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Prep for College the Puzzly Way!

It’s summer here in the United States, which means many high-school graduates are already looking forward to starting college. But for those soon-to-be freshmen, as well as high schoolers looking for an edge before university, have you considered puzzles and board games?

Now, it comes as no shock to me, but this article from the U.S. News and World Report website might surprise some, since it lists puzzles and board games as two of its five tools to develop critical thinking skills before college!

Naturally, I’ve been an advocate of puzzles as a learning tool for a long time, so it’s gratifying to see a major publication sharing the same views and ideas.

From the article:

Collections of crossword puzzles, logic problems, riddles, sudoku, word problems and word searches can be found at your local bookstore or library. The puzzles in these books are a wonderful strategy to activate different parts of your brain for a round or two of mental gymnastics, and many collections even discuss what each puzzle is meant to target within the mind.

Allow me to expand on this for a bit. Different puzzles can target different skills, so which puzzles you solve can make a big difference when it comes to critical thinking.

Crosswords encourage deduction (figuring out words from a few common letters) and a facility with wordplay (dealing with crafty clues and alternate definitions), while word searches offer great practice in pattern recognition and quick reaction times.

And the demand that Sudoku puzzles place on active attentiveness and concentration exercises parts of the brain associated with forming new memories, encouraging better memory retention.

[All three of the above pics come from our line of puzzle apps! Perfect for puzzly pre-college practice! Shameless plug now concluded!]

But the article also mentioned that certain board games can be excellent tools for honing valuable mental skills for college.

Choose board games that require more than luck – namely, strategy – for players to win. Any game where players must carefully consider their next move, recognize patterns and remember details will aid in honing critical thinking skills.

The article goes on to suggest some classics, like Chess, Checkers, and Mastermind for learning chain-thinking (planning several steps ahead) as well as Scrabble and Boggle (speedy information analysis, as well as word formation) and Clue and Risk (anticipating and reacting to the gameplay of others).

But I think they’re excluding some prime examples of board games that could benefit younger minds.

  • You could pick a cooperative game like Pandemic or Forbidden Island, which not only encourage strategic thinking, but teamwork and the free exchange of ideas (something that forced group exercises in school never really managed).
  • You could choose a rapid-change game like Fluxx (either the board game or the card game), which forces the players to adapt quickly to constantly changing rules and gameplay (a perfect microcosm of problem-solving in the real world, where things rarely remain static for long).
  • You could select a mixed-play game like The Stars Are Right, which incorporates several forms of gameplay (in this case, pattern-forming, tile-shifting, and a strategic card game akin to Magic: The Gathering or Munchkin) and forces players to exercise different forms of strategy and puzzle-solving all at once.

Just think about it. You could turn Family Game Night or Family Puzzle Time into College Prep Time in a snap. It’s win-win, or perhaps even win-win-win. What could be simpler, or more fun, than that?

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United we solve…

[President Bill Clinton and Brit Hume team up to tackle one of Merl Reagle‘s crosswords.]

A while back, I wrote a post about some of the many puzzle competitions and tournaments that are hosted around the world. But ever since then, I’ve been pondering how odd it is that puzzle competition is so prevalent when puzzles themselves have always been a collaborative effort.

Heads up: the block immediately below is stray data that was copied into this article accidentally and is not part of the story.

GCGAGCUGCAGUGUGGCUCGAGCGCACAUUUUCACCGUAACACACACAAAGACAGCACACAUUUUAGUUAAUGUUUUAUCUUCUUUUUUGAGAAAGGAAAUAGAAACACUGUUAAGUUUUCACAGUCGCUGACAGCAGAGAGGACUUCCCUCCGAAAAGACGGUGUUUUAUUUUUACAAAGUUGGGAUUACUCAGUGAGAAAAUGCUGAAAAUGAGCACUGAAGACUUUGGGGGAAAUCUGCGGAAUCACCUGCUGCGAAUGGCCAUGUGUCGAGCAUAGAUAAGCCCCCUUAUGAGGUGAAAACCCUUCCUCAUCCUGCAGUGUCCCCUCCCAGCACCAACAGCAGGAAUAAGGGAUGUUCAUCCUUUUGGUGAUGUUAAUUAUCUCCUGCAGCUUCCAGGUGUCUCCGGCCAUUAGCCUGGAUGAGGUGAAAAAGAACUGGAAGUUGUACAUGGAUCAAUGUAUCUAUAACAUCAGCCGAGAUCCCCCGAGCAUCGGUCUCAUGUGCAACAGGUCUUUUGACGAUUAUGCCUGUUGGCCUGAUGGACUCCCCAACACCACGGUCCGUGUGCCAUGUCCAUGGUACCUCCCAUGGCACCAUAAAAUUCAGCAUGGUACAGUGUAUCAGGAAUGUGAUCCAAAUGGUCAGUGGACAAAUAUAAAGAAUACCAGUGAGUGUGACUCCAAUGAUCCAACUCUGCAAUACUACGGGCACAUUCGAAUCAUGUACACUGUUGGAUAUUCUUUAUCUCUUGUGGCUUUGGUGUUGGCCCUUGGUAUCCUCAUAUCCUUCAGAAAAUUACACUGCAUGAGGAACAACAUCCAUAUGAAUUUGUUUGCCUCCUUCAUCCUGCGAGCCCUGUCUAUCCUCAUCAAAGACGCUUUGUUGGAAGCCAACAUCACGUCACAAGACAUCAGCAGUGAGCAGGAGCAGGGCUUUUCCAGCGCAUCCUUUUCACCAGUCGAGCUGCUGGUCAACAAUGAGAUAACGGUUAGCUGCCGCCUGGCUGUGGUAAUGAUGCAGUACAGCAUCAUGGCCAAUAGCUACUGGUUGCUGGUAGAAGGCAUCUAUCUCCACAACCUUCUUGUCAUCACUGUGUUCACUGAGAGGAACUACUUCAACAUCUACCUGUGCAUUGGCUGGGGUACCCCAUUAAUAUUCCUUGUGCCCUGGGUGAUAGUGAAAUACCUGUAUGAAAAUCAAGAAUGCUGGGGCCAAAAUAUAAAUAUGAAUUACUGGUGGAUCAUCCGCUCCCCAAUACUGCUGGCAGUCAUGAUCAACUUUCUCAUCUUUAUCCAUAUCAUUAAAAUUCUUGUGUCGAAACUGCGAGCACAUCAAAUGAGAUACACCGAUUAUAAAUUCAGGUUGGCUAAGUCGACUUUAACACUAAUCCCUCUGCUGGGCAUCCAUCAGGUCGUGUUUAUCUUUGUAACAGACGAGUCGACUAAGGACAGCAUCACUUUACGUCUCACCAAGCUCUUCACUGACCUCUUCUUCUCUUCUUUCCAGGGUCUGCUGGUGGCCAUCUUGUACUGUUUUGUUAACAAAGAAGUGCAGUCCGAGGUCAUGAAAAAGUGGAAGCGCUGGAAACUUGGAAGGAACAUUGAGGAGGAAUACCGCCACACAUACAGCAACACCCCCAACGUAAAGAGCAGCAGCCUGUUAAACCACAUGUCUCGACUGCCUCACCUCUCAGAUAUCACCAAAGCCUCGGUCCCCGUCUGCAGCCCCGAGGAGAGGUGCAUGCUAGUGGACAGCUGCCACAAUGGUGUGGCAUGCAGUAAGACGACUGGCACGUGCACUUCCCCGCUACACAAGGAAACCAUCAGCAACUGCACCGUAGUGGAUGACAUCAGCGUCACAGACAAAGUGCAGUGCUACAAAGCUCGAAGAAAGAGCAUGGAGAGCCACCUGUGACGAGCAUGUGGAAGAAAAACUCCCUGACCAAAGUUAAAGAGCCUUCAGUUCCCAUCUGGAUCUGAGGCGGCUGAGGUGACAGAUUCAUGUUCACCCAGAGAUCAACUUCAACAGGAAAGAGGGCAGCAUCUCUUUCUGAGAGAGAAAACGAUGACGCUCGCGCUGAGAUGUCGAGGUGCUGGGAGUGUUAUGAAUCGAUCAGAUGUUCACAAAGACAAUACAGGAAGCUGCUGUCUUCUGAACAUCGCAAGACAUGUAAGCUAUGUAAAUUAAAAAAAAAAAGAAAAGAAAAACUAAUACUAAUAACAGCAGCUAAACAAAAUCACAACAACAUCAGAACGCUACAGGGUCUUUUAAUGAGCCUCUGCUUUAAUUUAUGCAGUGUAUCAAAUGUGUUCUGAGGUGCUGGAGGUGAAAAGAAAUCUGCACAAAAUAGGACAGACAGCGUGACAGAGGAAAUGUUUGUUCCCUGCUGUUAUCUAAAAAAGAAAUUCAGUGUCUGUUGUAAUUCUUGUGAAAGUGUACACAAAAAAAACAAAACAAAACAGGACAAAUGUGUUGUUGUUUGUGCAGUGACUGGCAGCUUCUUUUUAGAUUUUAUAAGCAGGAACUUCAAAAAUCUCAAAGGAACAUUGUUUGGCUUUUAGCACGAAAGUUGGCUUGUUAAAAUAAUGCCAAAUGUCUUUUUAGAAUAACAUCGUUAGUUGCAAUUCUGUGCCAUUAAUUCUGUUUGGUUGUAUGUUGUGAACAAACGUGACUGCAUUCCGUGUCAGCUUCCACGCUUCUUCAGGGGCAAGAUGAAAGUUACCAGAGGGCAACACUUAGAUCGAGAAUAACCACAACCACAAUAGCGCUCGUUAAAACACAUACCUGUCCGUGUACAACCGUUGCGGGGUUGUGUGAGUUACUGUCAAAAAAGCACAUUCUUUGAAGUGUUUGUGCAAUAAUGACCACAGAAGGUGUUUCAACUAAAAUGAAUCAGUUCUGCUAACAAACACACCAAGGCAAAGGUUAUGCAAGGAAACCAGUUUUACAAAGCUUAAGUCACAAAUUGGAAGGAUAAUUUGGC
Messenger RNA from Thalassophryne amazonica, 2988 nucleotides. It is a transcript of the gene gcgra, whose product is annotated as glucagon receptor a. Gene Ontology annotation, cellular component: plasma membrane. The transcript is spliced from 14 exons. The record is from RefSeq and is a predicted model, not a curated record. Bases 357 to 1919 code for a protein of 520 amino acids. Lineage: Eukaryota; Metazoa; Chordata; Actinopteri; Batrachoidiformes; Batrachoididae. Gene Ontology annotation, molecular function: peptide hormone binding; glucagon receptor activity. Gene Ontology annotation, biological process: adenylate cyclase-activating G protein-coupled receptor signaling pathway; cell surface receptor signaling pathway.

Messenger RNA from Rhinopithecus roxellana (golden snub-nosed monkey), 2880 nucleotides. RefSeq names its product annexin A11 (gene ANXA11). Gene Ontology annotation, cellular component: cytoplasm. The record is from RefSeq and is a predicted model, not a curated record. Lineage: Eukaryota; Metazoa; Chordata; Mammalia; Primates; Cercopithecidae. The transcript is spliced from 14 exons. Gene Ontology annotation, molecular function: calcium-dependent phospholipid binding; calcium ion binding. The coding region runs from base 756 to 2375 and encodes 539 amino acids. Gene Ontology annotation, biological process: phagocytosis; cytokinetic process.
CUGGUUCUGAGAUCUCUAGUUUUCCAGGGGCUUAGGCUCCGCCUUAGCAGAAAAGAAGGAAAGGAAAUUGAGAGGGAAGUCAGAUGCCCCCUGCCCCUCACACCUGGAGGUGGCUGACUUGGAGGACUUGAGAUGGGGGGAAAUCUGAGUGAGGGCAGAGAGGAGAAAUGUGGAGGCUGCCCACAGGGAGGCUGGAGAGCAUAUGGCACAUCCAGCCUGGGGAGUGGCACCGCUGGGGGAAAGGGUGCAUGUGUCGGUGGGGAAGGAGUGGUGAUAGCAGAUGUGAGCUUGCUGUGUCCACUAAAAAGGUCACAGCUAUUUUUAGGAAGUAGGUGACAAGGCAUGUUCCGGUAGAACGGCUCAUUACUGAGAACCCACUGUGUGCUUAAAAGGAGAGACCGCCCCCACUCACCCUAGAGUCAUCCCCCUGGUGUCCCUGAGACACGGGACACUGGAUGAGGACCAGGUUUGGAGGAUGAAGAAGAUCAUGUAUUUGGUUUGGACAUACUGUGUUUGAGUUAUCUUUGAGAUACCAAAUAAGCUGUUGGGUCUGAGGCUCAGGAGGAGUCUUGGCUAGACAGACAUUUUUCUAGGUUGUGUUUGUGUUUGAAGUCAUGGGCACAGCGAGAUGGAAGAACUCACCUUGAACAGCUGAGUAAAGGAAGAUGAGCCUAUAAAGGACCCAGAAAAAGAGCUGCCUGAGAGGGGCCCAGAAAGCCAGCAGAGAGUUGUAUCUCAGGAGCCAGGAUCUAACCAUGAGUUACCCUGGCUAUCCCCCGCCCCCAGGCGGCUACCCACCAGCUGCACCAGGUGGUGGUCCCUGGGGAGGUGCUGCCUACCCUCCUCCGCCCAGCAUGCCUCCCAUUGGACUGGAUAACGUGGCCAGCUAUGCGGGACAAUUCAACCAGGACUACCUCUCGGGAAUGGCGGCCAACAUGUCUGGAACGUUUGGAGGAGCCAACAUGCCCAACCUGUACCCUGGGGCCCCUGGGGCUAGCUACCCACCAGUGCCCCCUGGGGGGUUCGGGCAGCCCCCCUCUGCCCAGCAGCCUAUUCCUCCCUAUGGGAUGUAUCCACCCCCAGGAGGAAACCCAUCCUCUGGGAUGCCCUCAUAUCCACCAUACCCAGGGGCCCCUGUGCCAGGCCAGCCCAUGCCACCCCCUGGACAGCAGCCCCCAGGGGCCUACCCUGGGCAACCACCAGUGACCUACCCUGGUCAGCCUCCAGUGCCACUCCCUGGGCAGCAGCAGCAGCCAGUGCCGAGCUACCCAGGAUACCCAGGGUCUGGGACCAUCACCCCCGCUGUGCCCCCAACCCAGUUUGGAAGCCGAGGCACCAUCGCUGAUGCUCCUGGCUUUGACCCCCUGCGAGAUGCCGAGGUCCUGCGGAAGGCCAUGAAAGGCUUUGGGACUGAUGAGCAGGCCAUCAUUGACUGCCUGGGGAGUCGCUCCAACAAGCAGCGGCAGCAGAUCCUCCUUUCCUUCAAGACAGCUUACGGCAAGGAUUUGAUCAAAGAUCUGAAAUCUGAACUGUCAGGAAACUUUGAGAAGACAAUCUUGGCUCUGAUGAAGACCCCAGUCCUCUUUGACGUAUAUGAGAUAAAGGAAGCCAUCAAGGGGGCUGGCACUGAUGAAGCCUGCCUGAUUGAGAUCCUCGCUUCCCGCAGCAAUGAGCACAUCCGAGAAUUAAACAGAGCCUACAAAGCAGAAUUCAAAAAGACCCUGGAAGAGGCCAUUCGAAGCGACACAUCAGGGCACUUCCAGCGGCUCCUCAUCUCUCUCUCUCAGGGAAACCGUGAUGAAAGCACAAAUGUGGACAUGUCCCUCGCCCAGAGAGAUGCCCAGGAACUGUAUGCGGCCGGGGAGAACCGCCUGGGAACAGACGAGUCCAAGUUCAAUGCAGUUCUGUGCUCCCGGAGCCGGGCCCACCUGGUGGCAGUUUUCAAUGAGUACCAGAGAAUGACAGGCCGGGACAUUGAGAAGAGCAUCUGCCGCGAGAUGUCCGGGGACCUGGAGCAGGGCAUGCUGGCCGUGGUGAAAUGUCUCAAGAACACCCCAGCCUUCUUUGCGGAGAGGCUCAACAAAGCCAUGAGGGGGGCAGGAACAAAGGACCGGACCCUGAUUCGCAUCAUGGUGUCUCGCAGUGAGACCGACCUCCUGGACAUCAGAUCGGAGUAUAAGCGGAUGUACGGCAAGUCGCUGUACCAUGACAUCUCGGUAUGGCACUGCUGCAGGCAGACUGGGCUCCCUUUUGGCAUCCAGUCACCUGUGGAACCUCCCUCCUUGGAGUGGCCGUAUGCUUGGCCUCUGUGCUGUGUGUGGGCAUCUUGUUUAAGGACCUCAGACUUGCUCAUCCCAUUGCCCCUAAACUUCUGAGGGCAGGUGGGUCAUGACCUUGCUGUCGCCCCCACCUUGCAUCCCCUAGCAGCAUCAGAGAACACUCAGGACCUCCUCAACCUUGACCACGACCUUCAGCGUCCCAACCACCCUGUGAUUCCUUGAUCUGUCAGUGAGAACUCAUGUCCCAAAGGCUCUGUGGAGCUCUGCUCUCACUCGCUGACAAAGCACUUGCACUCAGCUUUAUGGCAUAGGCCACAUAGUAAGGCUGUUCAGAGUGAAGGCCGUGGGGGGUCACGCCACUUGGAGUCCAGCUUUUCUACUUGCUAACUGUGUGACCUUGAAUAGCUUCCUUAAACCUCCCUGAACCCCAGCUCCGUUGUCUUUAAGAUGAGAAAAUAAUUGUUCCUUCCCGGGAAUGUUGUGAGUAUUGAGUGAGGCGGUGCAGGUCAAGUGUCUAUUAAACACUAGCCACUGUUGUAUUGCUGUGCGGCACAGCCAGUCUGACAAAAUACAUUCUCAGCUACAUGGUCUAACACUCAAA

Think about it. Jigsaw puzzles can be solved alone, but aren’t your memories of previous jigsaw puzzles always the ones you solved with others? When you get stuck on a crossword, what’s the first thing you do? You ask someone nearby. I know plenty of couples that solve crosswords and other puzzles together.

[How great is this stock photo I found? It makes me laugh every time I look at it.]

Paradoxically, most group puzzle games are competitive, like Boggle or Bananagrams. Even the games where you build something together, like Words with Friends, Scrabble, Jenga, or Castellan, are all competitive games.

Board games follow the same pattern. The vast majority of them pit players against each other, encouraging adversarial gameplay that leaves a single winner.

[Let the Wookiee win…]

But thankfully, there is a small (but growing!) number of board games that have the same cooperative spirit that pen-and-paper puzzles often do. These cooperative games encourage the players to strategize together and help each other to accomplish tasks and achieve victory as a team. Essentially, instead of playing against each other, they’re playing against the game.

Whether you’re defending your castle from monsters (Justin De Witt’s Castle Panic) or trying to stop a monstrous evil from conquering the world (Arkham Horror), you succeed or fail as a team. It’s a wonderful gameplay experience either way.

One of the top names in cooperative board games is Matt Leacock, creator of Pandemic and Forbidden Island. His games are exceedingly challenging but an immensely good time, even if you fail to stop the viruses or the island sinks before you can gather up all the treasures. It just makes you more determined to play better next time. (This is a wonderful counterpoint to the disillusionment that can crop up when one player trounces another in standard board games.)

There are some cooperative games, like Shadows Over Camelot or Betrayal At House On The Hill that have it both ways, serving as a team game until one player betrays the others, and then it becomes a team vs. spoiler game.

While competitive gameplay certainly does have its advantages, sometimes it’s nice to take some time out and win or lose as a team.

What do you think, PuzzleNationers? Do you prefer games with a winner, or do you enjoy cooperative games? Are there any great cooperative games or puzzles I missed? Let me know!

Thanks for visiting PuzzleNation Blog today! You can share your pictures with us on Instagram, friend us on Facebook, check us out on TwitterPinterest, and Tumblr, and be sure to check out the growing library of PuzzleNation apps and games!